An additional $400 million in funding has been allocated to the Bunbury Outer Ring Road (BORR) project as part of the 2022-23 Western Australian State Budget.
The project is jointly funded, with the Federal Government providing $1 billion and the Western Australian Government $250 million.
Being the biggest transport infrastructure project ever undertaken in the South West, the updated budget of $1.25 billion will deliver Stages 2 and 3 of the project, with major benefits for the economy both during construction and once in operation.
Western Australian Transport Minister, Rita Saffioti, said the BORR is the biggest transport infrastructure project ever planned or executed for the South West, which is already generating significant local economic and job opportunities.
“This increased investment aligns with the scale and complexity of this massive project and reflects the current market pressures,” Ms Saffioti said.
“We know this project is going to deliver huge benefits for our economy, with up to 4,500 direct and indirect job opportunities during construction.
“As of the end of March this year, we have invested $64 million into 188 local businesses and $6.4 million into Aboriginal businesses, with more opportunities available.”
The Federal Government recently commissioned an independent cost review into the project, which resulted in additional funding being allocated in the Federal Budget.
Rising supply and demand pressures have resulted in recent increases in key costs for the project, including the cost of diesel and bitumen supply, which have increased by 60 and 20 per cent respectively over the past 12 months.
This additional investment addresses cost pressures and allows local businesses to continue to participate in the project, with around $450 million in targeted local spend.
A further $30 million worth of opportunities for Aboriginal businesses is available as part of the project.
Collie-Preston MLA, Jodie Hanns, said this project recognises the significance of delivering vital infrastructure to provide a safer and more efficient road system for the South West region of Western Australia.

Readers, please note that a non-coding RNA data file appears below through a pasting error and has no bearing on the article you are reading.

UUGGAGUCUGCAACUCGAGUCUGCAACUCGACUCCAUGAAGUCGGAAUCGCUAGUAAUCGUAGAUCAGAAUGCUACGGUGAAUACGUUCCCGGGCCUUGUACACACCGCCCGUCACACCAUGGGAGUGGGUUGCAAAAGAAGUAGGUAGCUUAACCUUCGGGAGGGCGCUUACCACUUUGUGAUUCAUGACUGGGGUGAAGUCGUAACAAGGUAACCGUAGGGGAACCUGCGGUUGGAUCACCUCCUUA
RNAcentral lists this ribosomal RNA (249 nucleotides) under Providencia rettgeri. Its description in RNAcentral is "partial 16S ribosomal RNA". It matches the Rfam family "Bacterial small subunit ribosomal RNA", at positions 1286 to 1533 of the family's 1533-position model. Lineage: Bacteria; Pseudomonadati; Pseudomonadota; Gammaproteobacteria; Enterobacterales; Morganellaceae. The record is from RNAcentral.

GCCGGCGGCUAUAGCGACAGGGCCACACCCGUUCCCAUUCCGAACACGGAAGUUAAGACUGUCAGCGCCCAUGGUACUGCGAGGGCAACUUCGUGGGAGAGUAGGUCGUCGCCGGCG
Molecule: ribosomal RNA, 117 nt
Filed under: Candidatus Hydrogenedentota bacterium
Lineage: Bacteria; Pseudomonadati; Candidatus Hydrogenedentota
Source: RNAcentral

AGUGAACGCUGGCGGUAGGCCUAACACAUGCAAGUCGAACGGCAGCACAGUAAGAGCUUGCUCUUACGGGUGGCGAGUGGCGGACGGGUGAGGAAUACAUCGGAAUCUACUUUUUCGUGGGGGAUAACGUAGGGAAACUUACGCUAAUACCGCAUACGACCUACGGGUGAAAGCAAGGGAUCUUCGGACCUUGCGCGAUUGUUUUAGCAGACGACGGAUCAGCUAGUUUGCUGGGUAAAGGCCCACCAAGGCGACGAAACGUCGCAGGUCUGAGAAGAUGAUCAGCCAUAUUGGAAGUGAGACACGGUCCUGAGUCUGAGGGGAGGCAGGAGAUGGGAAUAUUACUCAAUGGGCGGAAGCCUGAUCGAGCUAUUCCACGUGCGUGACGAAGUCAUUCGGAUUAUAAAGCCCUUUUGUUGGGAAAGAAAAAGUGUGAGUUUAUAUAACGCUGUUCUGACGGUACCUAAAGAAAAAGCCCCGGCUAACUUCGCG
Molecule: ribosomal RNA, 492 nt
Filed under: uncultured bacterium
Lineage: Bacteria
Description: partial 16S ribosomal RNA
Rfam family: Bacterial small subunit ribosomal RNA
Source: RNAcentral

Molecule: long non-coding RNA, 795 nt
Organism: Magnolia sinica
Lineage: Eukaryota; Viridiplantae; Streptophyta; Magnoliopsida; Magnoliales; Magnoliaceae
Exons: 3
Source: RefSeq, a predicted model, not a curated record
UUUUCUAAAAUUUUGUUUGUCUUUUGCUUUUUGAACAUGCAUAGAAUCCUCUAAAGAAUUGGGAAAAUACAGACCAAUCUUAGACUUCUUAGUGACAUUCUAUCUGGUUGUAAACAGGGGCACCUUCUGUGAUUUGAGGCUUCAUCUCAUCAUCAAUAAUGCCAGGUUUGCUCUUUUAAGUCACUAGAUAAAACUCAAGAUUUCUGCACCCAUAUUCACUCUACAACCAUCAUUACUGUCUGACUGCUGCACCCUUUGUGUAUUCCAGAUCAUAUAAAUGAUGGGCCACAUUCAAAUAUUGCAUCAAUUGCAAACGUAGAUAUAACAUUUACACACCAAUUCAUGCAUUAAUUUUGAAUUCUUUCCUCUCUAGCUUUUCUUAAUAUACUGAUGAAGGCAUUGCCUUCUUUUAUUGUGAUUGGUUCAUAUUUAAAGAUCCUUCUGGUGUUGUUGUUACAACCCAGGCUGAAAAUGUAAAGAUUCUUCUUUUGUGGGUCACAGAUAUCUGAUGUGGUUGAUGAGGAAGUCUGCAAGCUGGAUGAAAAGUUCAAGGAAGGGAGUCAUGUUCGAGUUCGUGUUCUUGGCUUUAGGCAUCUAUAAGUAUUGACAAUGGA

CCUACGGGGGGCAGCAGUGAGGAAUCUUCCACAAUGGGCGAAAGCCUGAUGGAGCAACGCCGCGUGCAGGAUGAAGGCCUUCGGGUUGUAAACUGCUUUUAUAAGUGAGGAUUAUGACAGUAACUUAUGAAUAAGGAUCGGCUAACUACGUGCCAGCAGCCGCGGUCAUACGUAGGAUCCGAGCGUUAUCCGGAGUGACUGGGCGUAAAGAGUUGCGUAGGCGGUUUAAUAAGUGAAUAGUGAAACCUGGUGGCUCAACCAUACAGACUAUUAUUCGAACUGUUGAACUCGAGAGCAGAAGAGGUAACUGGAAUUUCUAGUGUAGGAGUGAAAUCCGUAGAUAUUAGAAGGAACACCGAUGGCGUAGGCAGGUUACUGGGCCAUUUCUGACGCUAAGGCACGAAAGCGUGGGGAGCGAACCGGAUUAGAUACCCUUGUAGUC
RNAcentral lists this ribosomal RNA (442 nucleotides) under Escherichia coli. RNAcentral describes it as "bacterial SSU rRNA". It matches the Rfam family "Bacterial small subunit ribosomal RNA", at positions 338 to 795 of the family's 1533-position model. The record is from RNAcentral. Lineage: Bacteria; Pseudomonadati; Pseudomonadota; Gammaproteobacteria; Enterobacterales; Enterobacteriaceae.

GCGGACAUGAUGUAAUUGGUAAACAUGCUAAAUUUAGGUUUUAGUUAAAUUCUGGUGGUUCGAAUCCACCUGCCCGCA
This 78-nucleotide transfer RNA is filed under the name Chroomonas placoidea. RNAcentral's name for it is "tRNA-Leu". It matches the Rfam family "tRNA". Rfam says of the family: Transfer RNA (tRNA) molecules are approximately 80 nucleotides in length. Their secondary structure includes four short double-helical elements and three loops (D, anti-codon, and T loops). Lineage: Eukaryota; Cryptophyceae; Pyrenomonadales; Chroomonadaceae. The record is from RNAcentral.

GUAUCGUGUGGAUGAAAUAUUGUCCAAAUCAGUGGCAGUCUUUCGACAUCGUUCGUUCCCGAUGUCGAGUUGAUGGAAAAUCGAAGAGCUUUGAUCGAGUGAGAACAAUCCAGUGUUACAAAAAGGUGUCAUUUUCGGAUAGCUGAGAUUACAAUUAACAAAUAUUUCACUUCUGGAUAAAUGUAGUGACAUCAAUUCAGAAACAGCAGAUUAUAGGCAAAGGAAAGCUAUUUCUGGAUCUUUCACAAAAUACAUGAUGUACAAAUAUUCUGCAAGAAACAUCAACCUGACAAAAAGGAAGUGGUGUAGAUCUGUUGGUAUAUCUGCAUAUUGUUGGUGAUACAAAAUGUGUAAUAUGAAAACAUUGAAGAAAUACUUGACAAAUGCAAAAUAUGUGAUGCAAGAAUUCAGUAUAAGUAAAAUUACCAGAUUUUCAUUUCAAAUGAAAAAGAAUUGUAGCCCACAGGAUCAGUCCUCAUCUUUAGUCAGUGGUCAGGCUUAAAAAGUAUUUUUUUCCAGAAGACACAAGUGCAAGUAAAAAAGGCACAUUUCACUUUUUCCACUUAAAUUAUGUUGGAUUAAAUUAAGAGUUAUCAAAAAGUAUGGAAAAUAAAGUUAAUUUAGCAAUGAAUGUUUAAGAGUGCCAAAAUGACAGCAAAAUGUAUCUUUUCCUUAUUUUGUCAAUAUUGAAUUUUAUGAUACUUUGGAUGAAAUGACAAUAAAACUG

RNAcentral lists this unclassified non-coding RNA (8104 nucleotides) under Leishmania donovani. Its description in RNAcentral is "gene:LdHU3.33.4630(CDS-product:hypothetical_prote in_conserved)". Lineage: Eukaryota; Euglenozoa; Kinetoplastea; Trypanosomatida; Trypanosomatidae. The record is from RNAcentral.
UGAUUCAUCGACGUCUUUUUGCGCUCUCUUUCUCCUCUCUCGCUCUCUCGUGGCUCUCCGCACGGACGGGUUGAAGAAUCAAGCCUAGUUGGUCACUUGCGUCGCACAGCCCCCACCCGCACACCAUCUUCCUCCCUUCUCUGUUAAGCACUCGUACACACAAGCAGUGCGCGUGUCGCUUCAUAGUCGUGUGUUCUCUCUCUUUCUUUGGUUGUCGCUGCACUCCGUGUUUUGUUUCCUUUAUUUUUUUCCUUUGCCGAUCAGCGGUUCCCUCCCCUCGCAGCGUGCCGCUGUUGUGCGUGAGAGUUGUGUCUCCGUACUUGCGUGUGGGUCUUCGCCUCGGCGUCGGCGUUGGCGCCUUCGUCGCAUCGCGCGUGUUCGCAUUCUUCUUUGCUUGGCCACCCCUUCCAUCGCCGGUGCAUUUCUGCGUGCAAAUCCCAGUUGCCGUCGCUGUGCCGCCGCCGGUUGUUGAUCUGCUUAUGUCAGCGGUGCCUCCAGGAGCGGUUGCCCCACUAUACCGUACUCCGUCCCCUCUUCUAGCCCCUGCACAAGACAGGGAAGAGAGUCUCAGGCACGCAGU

“It is important that money spent on our region with BORR stays in our region to provide further opportunities for the community and the $450 million targeted local spend is exciting for our local industry,” Ms Hanns said.
Completed in 2014, the northern section extends from Forrest Highway in the north near Australind, to the northern end of the project’s first stage.
The northern section works include:
- Interchanges at Paris Road/Clifton Road, Raymond Road and South Western Highway (north)
- A bridge taking the project over Golding Crescent, Ferguson River, the freight rail line, and Boyanup-Picton Road, along with twin bridges over the Collie River
- An intersection at Discovery Road
- Intersection improvements for Stage 1
- 20.8km of local roads to enhance local access, and allow for future commercial and urban development
The southern section, which is still subject to environmental approvals, is proposed to extend from the southern end of the project’s first stage, to Bussell Highway south of Bunbury.
The southern section works include:
- A roundabout at Lillydale Road
- A bridge over the road at Yalinda Drive for local connectivity and an interchange at Bussell Highway
- 13km of local roads
- Significant additional measures to mitigate environmental impacts
This means that the interchanges at Discovery Road and Lillydale Road will be constructed using an at-grade intersection and roundabout respectively and the existing corridor in the central section will be retained.
The project will provide a safe and efficient road network for traffic travelling into and around Bunbury, avoiding 13 sets of traffic lights and one rail level crossing.
It will ensure more efficient traffic movements for the freight transport industry and improved safety for nearby residents due to less trucks using local roads.
Bunbury MLA, Don Punch, said, “Investing in well-planned transport projects will keep the Bunbury region moving and boost its status as a major economic regional centre.
“Removing freight and regional traffic from our local roads will provide relief for local residents, while maintaining easy access to Bunbury and other regional destinations.”